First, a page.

Redundancy
is a tricky fellow. An antonym is precision. Most all pastors are guilty of redundancy and short on precision from time to time. All of us have a desire to get it out of our sermons; but before we can eliminate it, we must be able to hear it, which requires trained and dedicated ears.

There are two very large dangers with redundancy. The first is the boredom that results from all things twice or thrice said. As has been well said, there is no such thing as a bad short sermon or a long good one.

In a soundbite world, we have been conditioned to hear 30-second commercials in which a lot of things happen in a very short time. In the Geico commercials, points are made quickly, the argument settled and we're on to the next soundbite from another advertiser. In such a well-edited world, a 55-minute sermon seems to be a pterodactyl (often a King James pterodactyl).

The second danger is more invasive: Redundancy is habit forming. Preachers who give it a place in their lives find it is a camel with his nose in the tent. Soon the camel owns the tent and the preacher goes on for the rest of his life taking 55-minutes for a 20-minute message. Thus, he spends an hour a week, multiplied by a factor of 52 weeks, multiplied by a factor of 50 years, which equals a lot of imprecision. I've rarely known a preacher whose sermons got shorter as he got older.

Therefore, I offer you four steps to replace redundancy with precision.

1. Admit you could have a problem.
This is always the first step in any diagnosis. Think of it this way, "Hi, I'm Joe. I'm redundant!" You probably won't be able to find the support group you really need, so you're just going to have to trust the higher power and start working on your addiction all by yourself.|

A word of caution here: There has developed a feeling among evangelicals that "long" is a sign of godliness—the mark of a preacher who really digs into the Word. Remember Jesus' Sermon on the Mount can be preached in 18 minutes, and it is beautiful and to the point. If he had used a redundant style, the Book of Matthew would have six more chapters and be far less interesting. 

2. Transcribe, then edit your sermons after you preach them.
The trouble you have staying awake during these editing sessions should indicate the depth of your problem. Cross out the things you already said once, even if you said those things with different words. What you didn't need to say subtracted from what you actually said always will equal pulpit interest.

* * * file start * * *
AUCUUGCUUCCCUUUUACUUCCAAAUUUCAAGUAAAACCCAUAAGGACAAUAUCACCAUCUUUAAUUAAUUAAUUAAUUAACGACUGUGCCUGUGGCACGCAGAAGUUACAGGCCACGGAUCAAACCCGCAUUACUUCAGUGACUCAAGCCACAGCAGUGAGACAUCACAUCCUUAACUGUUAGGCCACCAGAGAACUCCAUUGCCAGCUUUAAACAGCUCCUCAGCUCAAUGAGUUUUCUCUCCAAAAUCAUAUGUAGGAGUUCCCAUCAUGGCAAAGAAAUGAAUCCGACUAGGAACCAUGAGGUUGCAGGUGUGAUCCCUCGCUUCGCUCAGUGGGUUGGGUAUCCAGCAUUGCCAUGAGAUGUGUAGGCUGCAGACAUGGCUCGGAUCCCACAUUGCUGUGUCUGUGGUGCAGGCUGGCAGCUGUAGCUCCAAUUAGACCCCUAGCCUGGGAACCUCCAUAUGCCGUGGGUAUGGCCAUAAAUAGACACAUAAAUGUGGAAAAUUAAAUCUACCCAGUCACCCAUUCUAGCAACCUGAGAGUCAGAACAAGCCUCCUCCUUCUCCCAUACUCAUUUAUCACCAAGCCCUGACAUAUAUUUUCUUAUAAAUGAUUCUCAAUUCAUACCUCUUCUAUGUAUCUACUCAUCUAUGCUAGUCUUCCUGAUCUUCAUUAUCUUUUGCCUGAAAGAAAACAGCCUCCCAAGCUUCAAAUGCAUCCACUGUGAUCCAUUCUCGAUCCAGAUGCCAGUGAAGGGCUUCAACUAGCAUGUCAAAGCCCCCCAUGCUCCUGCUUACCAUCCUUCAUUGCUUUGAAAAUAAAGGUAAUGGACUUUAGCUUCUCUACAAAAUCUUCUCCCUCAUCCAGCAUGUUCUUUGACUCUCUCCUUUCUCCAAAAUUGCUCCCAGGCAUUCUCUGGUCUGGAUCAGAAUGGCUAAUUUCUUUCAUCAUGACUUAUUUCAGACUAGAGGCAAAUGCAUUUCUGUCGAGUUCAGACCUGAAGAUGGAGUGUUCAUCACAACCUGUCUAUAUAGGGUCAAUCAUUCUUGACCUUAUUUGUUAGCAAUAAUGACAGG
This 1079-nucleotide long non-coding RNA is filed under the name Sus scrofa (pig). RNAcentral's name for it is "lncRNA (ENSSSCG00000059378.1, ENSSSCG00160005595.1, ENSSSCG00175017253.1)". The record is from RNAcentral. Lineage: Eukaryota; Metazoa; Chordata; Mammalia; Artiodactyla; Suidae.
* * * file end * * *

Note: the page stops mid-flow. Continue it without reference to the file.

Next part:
3. Write out your sermons before you preach them.
If you find yourself dozing during the exercise, once again you can see the depths of your need. Once you get good at this, you can skip Step 2 altogether. The more you write out your sermons before you preach them, the less you will have to edit your long, long transcripts after you preach them.

4. Listen to yourself as you preach.
Let the left lobe of your brain serve as the watchdog to the right brain as you deliver your sermon. This is the process by which you edit as you go. Because the brain is located between your ears, this should be a fairly efficient way of catching yourself in the act.

Reading your audience also will help you cut back. If the people to whom you are speaking are looking at you, they're probably listening. If they're not, remember: Not everyone out there with their head bowed is praying. Beware! Slumber and devotion often look similar.

Get started working as soon as you can on this. No one knows how near or far the second may be, and you need to be as exciting as possible until Jesus returns. If He should come back at 11:55 on Sunday morning, you already should be shaking hands at the back door. If your place in the rapture is awarded solely on the basis of pulpit precision, try to be the one who is taken and not the one who is left behind. Sloven preachers who refuse to work at precision could be stuck here through the tribulation. It would only be fair.